1996: In a survey by the National Research Corporation, University Hospital was named one of the most preferred hospitals in the nation for overall health-care services.

January 1, 1997: Paul Hardin became interim president of UAB.

January 23, 1997: Dr. Michael A. Geheb, director of UAB Health Systems, was named chief executive officer of the UAB Health System Managing Board.

January 25, 1997: UAB Arena was officially rededicated as Bartow Arena.

February 1, 1997: Dr. Peter V. O'Neil became interim provost, and Dr. Michael J. Neilson became acting dean of the School of Natural Sciences and Mathematics.

March 4, 1997: The Harry "the Hat" Walker Press Box was officially dedicated at the Jerry D. Young Memorial Field.

March 5, 1997: Dr. Mary Lynne Capilouto was named interim dean of the School of Dentistry.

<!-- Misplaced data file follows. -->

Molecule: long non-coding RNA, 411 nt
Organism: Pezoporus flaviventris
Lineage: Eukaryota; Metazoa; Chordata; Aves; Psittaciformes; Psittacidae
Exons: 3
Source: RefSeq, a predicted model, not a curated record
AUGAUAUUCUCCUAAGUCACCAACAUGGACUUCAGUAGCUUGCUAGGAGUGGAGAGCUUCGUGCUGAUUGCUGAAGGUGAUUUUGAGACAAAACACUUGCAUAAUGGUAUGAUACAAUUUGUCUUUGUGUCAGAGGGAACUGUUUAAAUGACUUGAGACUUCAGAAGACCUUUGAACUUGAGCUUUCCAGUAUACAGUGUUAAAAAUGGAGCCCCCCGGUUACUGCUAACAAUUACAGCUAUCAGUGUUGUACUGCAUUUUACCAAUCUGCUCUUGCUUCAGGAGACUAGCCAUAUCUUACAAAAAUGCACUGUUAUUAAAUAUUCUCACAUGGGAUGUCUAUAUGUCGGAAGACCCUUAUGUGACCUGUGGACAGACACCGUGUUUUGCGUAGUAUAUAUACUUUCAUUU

April 1, 1997: J. Foster Watkins became president of UAB Walker College.

April 8, 1997: Dr. William B. Deal named interim dean of the School of Medicine.

April 17, 1997: The University of Alabama Board of Trustees delegated full authority of Triton Health Systems and its VIVA Health HMO subsidiary to the UAB Health System Managing Board.

May 2, 1997: The renovated and expanded Lister Hill Library of the Health Sciences was rededicated.

May 1997: UAB Genesis Center completed as the first of 25 buildings planned for the new 100-acre UAB Research Park at Oxmoor.

June 1, 1997: Dr. Thomas C. Meredith became fourth chancellor of the three-campus University of Alabama System.

June 1997: HealthSouth CEO and UAB alumnus Richard M. Scrushy agreed to donate $2 million for construction of a new building for the School of Health Related Professions.